Monday, June 26, 2017

Damascus Syria Through the Eyes of Mark Twain

Damascus, Syria, is my most cherished city, of all the wonderful cities I have visited. In 2005 I spent a month in this desert oasis exploring the fabled old city, riding the servees (sp.), hailing taxis, visiting museums and mosques and Muslim friends, wolfing down fresh-baked flatbread and chilled mint lemonade, strolling the precarious broken sidewalks, and marveling at the treasured antiquities all around. 

The Syrians of Damascus and surrounding towns were curious about us, and welcoming. America's war in Iraq was raging, and multiple times we were approached by friendly Syrians who let us know they hated George Bush / our government, but loved Americans, and wanted us to tell our friends to come visit. Some were concerned as to whether we felt safe there, and we did; they emphasized that Syria was a safe country, and it was, then.

I recently re-read Mark Twain's The Innocents Abroad, a chronicle of his travel in Europe and the Middle East, published in 1869. I treasure his description of the ancient-ness of the city. I have included excerpts below giving Twain's impression of Damascus (in blue), along with a few photographs of the city.

There is an honored old tradition that the immense garden in which Damascus stands was the Garden of Eden, and modern writers have gathered up many chapters of evidence tending to show that it really was the Garden of Eden, and that the rivers Pharpar and Abana are the "two rivers" that watered Adam's Paradise. It may be so, but it is not paradise now, and one would be as happy outside of it as he would be likely to be within. It is so crooked and cramped and dirty that one can not realize that he is in the splendid city he saw from the hill-top. The gardens are hidden by high mud-walls, and the paradise is become a very sink of pollution and uncomeliness. Damascus has plenty of clear, pure water in it, though, and this is enough, of itself, to make an Arab think it beautiful and blessed. Water is scarce in blistered Syria. We run railways by our large cities in America; in Syria they curve the roads so as to make them run by the meagre little puddles they call "fountains," and which are not found oftener on a journey than every four hours. But the "rivers" of Pharpar and Abana of Scripture (mere creeks,) run through Damascus, and so every house and every garden have their sparkling fountains and rivulets of water. With her forest of foliage and her abundance of water, Damascus must be a wonder of wonders to the Bedouin from the deserts. Damascus is simply an oasis--that is what it is. For four thousand years its waters have not gone dry or its fertility failed. Now we can understand why the city has existed so long. It could not die. So long as its waters remain to it away out there in the midst of that howling desert, so long will Damascus live to bless the sight of the tired and thirsty wayfarer.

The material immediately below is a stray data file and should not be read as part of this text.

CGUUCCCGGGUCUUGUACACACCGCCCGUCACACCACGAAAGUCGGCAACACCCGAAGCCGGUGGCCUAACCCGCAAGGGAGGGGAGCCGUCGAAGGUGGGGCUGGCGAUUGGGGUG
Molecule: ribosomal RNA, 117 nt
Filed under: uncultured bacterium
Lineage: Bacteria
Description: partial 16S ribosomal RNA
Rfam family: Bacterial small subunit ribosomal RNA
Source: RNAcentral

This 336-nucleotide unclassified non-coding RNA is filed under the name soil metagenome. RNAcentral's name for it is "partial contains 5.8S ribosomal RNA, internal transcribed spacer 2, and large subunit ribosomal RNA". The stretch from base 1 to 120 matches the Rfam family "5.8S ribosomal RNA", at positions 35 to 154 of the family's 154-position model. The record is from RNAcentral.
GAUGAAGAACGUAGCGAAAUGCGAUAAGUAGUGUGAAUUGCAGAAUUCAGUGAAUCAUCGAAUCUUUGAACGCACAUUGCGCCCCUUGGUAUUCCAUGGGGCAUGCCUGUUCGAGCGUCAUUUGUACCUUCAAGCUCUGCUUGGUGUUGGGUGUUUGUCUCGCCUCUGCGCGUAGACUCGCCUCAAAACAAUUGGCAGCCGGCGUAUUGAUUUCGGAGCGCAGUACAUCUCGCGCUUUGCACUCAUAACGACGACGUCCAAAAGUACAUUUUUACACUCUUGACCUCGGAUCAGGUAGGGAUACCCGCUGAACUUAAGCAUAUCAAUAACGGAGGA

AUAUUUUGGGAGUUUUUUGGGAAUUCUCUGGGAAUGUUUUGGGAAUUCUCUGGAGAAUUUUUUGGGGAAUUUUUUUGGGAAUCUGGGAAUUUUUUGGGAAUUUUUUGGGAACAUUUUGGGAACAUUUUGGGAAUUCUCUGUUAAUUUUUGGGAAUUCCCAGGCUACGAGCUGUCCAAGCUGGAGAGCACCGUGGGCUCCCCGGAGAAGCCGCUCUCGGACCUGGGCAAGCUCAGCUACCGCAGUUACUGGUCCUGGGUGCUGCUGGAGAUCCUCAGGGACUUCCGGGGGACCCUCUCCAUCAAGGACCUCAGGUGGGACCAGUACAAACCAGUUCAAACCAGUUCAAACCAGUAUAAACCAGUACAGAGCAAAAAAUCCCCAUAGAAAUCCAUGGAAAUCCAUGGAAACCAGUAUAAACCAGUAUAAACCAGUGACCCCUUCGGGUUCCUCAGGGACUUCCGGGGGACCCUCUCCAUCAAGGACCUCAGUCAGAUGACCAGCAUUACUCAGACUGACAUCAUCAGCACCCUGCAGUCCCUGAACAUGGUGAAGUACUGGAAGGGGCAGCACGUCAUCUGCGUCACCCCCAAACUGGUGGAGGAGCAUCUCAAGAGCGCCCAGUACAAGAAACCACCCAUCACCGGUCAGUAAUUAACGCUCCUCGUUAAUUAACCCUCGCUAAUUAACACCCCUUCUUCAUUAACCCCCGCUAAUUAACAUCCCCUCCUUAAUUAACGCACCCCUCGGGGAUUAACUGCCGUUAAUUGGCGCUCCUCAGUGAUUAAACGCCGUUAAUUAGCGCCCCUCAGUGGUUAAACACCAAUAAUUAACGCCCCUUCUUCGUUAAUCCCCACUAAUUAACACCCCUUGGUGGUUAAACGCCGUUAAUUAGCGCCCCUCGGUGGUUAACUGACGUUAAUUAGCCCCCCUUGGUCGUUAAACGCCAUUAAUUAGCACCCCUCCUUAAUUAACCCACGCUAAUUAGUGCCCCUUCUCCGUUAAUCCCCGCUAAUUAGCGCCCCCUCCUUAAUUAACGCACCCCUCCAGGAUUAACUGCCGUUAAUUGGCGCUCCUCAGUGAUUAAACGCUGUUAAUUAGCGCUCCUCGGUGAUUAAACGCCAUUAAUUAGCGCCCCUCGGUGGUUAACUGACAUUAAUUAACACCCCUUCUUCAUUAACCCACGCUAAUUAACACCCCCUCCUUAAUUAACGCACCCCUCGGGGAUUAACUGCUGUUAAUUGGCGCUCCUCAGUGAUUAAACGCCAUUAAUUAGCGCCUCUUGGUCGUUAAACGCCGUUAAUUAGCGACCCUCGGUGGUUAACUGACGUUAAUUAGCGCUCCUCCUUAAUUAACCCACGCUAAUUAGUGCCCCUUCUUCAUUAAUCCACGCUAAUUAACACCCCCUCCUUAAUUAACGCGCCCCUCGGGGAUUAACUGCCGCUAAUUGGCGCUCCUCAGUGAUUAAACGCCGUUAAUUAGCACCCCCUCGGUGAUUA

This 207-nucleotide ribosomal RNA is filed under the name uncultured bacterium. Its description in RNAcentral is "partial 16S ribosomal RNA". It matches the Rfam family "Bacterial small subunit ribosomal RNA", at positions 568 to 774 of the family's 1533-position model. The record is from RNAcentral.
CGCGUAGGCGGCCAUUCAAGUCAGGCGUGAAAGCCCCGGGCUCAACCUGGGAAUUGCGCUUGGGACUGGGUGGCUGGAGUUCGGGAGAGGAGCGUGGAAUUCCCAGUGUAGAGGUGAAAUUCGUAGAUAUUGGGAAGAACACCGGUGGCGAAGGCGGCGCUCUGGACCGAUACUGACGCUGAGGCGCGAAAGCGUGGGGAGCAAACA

Damascus, entrance to Souk Hamadyiah with Roman ruins, by sbw 2005

Damascus old city, by sbw 2005
"Though old as history itself, thou art fresh as the breath of spring, blooming as thine own rose-bud, and fragrant as thine own orange flower, O Damascus, pearl of the East!"

Damascus old city, by sbw 2005

Damascus home, by sbw 2005

Damascus dates back anterior to the days of Abraham, and is the oldest city in the world. It was founded by Uz, the grandson of Noah. "The early history of Damascus is shrouded in the mists of a hoary antiquity." Leave the matters written of in the first eleven chapters of the Old Testament out, and no recorded event has occurred in the world but Damascus was in existence to receive the news of it. Go back as far as you will into the vague past, there was always a Damascus. In the writings of every century for more than four thousand years, its name has been mentioned and its praises sung. To Damascus, years are only moments, decades are only flitting trifles of time. She measures time, not by days and months and years, but by the empires she has seen rise, and prosper and crumble to ruin. She is a type of immortality. She saw the foundations of Baalbec, and Thebes, and Ephesus laid; she saw these villages grow into mighty cities, and amaze the world with their grandeur--and she has lived to see them desolate, deserted, and given over to the owls and the bats. She saw the Israelitish empire exalted, and she saw it annihilated. She saw Greece rise, and flourish two thousand years, and die. In her old age she saw Rome built; she saw it overshadow the world with its power; she saw it perish. The few hundreds of years of Genoese and Venetian might and splendor were, to grave old Damascus, only a trifling scintillation hardly worth remembering. Damascus has seen all that has ever occurred on earth, and still she lives. She has looked upon the dry bones of a thousand empires, and will see the tombs of a thousand more before she dies. Though another claims the name, old Damascus is by right the Eternal City.
1300-year-old Umayyed Mosque, Damascus, by sbw 2005

 We reached the city gates just at sundown. They do say that one can get into any walled city of Syria, after night, for bucksheesh, except Damascus. But Damascus, with its four thousand years of respectability in the world, has many old fogy notions. There are no street lamps there, and the law compels all who go abroad at night to carry lanterns, just as was the case in old days, when heroes and heroines of the Arabian Nights walked the streets of Damascus, or flew away toward Baghdad on enchanted carpets.

Ah yes, I would not have been surprised to see magic flying carpets in the skies above Damascus.

modern Damascus; photo by Rouah Challah, on Pinterest

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